My own practice has been bolstered as I take on new private pay clients in assisted living and nursing centers. Though the clients are appreciative, the lack of touch in these facilities is mind-boggling. Many under-serviced homes are full of people starving for touch, whose well-being is spiraling down without it.
Therapeutic massage continues to constantly demonstrate itself as a desirable, if not essential, component of any long-term care, medical or rehab setting. But chances are your insurance company follows Medicare’s lead and won’t cover massage therapy. And now since Medicare is about to cap therapy services for OT at $1,500, and physical therapy and speech therapy at a combined $1,500, our aged have little hope for the touch they so desperately need.
Our society is generally in denial regarding end-of-life and care issues, and death is the ultimate taboo topic. Most families don’t talk about it until someone gets sick or dies. So most people have no idea what to do when it comes time to care for an elder dealing with their own processes of grief. If you are lucky enough to grow long in the tooth but unexpectedly find yourself at one of these nursing facilities, where the staff are ill-equipped to handle the burgeoning needs, may you have gentle attendants and access to professional bodywork.
Circle of Life
Through an awareness built from working with this special population and recognizing the need is larger than the potential supplied by one mere mortal, I continue to speak in public settings about the reward of volunteering with the elderly. I feel more joyful surprises can be had in one 10-minute encounter with a 90-year-old person than subsequent hours spent with a roomful of 30-somethings. When a frail body answers that her first job was welding pieces of battleship together, or another gentleman who previously was asleep in his chair wakes to your touch and recalls how his family of 10 struggled during the Great Depression but always had unconditional love shown through family massage time, one begins to appreciate the full circle of life.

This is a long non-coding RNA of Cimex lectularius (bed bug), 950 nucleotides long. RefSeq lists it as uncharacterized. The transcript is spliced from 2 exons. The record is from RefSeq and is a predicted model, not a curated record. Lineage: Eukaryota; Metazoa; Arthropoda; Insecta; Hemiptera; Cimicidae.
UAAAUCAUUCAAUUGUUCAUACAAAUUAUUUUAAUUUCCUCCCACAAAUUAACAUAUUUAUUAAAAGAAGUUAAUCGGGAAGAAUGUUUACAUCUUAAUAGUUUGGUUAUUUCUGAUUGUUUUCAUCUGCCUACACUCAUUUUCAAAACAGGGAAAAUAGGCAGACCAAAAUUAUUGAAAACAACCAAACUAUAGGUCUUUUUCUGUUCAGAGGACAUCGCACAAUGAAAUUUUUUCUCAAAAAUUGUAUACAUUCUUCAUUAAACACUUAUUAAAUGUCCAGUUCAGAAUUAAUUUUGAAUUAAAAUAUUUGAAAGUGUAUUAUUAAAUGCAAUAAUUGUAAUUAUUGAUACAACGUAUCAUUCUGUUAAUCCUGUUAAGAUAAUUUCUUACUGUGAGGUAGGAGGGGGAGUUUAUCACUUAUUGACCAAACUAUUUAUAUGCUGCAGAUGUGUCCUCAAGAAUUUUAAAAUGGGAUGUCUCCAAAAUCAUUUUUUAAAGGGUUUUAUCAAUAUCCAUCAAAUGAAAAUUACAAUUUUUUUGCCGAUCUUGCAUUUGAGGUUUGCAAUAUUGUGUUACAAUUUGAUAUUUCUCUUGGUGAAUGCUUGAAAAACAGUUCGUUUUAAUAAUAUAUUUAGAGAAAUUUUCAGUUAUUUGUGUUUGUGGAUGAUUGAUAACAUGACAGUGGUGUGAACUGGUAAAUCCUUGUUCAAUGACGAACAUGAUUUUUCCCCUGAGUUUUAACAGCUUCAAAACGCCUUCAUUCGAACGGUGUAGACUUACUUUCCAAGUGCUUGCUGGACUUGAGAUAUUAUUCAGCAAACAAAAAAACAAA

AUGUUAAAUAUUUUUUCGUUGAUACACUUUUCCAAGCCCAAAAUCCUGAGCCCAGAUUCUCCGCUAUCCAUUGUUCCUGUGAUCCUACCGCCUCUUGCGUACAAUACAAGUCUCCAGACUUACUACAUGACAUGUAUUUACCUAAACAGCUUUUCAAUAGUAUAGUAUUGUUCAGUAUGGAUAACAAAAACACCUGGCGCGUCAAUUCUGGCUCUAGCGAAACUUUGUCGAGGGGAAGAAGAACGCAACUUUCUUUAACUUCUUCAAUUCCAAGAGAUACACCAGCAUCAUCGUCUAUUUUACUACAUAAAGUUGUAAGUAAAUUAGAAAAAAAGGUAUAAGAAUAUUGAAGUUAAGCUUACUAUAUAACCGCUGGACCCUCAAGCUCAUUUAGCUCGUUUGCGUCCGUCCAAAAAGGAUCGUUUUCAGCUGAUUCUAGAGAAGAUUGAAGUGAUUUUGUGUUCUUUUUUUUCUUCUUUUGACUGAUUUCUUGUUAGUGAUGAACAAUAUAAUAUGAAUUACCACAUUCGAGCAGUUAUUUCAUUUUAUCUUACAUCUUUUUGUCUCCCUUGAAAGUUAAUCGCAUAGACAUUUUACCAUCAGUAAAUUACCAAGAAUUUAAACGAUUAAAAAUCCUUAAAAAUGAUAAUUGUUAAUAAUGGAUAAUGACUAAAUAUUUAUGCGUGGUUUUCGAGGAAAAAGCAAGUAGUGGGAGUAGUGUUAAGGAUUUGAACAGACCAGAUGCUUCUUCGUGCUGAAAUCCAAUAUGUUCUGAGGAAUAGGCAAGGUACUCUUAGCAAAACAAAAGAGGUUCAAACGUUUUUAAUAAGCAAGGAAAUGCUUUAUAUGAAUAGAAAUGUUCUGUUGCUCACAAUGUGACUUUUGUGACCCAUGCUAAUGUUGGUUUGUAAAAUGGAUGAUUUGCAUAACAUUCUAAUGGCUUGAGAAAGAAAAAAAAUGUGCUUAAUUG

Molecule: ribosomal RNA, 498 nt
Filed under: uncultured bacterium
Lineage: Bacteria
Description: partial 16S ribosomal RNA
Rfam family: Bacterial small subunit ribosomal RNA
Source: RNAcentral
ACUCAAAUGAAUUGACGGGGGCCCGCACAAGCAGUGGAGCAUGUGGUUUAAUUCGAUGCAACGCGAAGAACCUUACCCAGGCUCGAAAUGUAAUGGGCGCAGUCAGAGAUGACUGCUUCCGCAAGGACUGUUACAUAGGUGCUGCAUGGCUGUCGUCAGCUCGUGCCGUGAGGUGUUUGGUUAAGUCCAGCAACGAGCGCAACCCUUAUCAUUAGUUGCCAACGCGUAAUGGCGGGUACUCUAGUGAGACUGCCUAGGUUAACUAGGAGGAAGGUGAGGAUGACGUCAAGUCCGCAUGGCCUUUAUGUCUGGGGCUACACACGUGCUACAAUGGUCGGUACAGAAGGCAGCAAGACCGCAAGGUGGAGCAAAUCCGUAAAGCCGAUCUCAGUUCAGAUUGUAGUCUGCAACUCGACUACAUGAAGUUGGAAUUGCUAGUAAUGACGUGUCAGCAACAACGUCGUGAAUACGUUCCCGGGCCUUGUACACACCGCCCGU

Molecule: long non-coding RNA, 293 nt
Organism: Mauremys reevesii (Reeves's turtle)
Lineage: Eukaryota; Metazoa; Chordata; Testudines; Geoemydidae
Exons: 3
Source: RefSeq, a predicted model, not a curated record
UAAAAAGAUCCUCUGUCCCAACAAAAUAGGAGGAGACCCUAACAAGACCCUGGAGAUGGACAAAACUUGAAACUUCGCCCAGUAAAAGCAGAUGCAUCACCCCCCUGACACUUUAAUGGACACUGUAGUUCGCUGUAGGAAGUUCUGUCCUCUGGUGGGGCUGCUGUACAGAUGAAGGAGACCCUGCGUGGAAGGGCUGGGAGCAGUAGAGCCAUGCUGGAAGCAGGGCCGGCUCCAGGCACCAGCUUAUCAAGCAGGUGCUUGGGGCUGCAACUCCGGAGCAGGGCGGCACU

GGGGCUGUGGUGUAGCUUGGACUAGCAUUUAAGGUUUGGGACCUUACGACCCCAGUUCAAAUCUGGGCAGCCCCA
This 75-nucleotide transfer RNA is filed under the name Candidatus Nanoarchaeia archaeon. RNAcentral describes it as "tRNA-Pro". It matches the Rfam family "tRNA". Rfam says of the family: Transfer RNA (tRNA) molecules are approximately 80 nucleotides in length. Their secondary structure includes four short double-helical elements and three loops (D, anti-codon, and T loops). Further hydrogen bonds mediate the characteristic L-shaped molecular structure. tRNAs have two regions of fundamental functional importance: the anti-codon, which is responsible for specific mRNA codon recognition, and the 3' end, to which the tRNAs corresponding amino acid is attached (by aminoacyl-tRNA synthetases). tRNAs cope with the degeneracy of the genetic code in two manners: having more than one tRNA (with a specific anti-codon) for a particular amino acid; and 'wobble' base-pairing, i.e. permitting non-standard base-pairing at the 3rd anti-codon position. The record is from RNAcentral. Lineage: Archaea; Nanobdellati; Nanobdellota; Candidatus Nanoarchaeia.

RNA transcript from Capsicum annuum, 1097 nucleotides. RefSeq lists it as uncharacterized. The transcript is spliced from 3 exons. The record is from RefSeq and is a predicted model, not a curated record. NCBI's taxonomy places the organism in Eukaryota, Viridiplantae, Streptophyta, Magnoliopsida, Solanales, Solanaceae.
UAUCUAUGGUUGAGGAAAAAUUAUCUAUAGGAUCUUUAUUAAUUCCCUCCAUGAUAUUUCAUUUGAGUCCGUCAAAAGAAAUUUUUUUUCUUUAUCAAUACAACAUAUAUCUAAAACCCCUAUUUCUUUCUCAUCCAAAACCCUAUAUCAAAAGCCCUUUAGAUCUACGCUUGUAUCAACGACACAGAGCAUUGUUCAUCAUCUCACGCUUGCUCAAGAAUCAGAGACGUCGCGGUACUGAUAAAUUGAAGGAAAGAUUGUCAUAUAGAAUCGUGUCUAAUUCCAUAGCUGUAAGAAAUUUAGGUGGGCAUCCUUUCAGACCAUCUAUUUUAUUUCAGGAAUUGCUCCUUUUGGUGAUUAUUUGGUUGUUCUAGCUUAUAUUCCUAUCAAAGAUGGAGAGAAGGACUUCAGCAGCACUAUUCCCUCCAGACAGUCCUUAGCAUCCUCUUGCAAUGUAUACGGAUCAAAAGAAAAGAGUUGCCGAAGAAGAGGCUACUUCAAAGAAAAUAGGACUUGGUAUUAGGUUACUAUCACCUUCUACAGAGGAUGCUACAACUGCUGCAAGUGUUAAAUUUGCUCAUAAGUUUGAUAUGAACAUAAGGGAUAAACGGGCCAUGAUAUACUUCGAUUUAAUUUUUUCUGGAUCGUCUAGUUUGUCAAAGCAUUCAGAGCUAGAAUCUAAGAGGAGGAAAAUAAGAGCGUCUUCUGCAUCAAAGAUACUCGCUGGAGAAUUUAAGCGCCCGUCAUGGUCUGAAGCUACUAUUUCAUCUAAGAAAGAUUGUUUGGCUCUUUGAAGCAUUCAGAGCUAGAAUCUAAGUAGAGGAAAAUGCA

Until recently, I thought my view of being present to this population was pretty complete. As I have held the hand of many as they shrugged off this mortal coil, including my own father at age 50, I was aware of the importance of bringing a caring presence to people at the end of their lives.
This idea of a full circle of life was recently driven home when during the morning of my last birthday I was able to utilize my massage skills in the drug-free and scream-free labor and delivery of my friend’s baby girl. The very next morning I was back to volunteering with the nursing facility residents whose eyes were wide as I described my birthday surprise.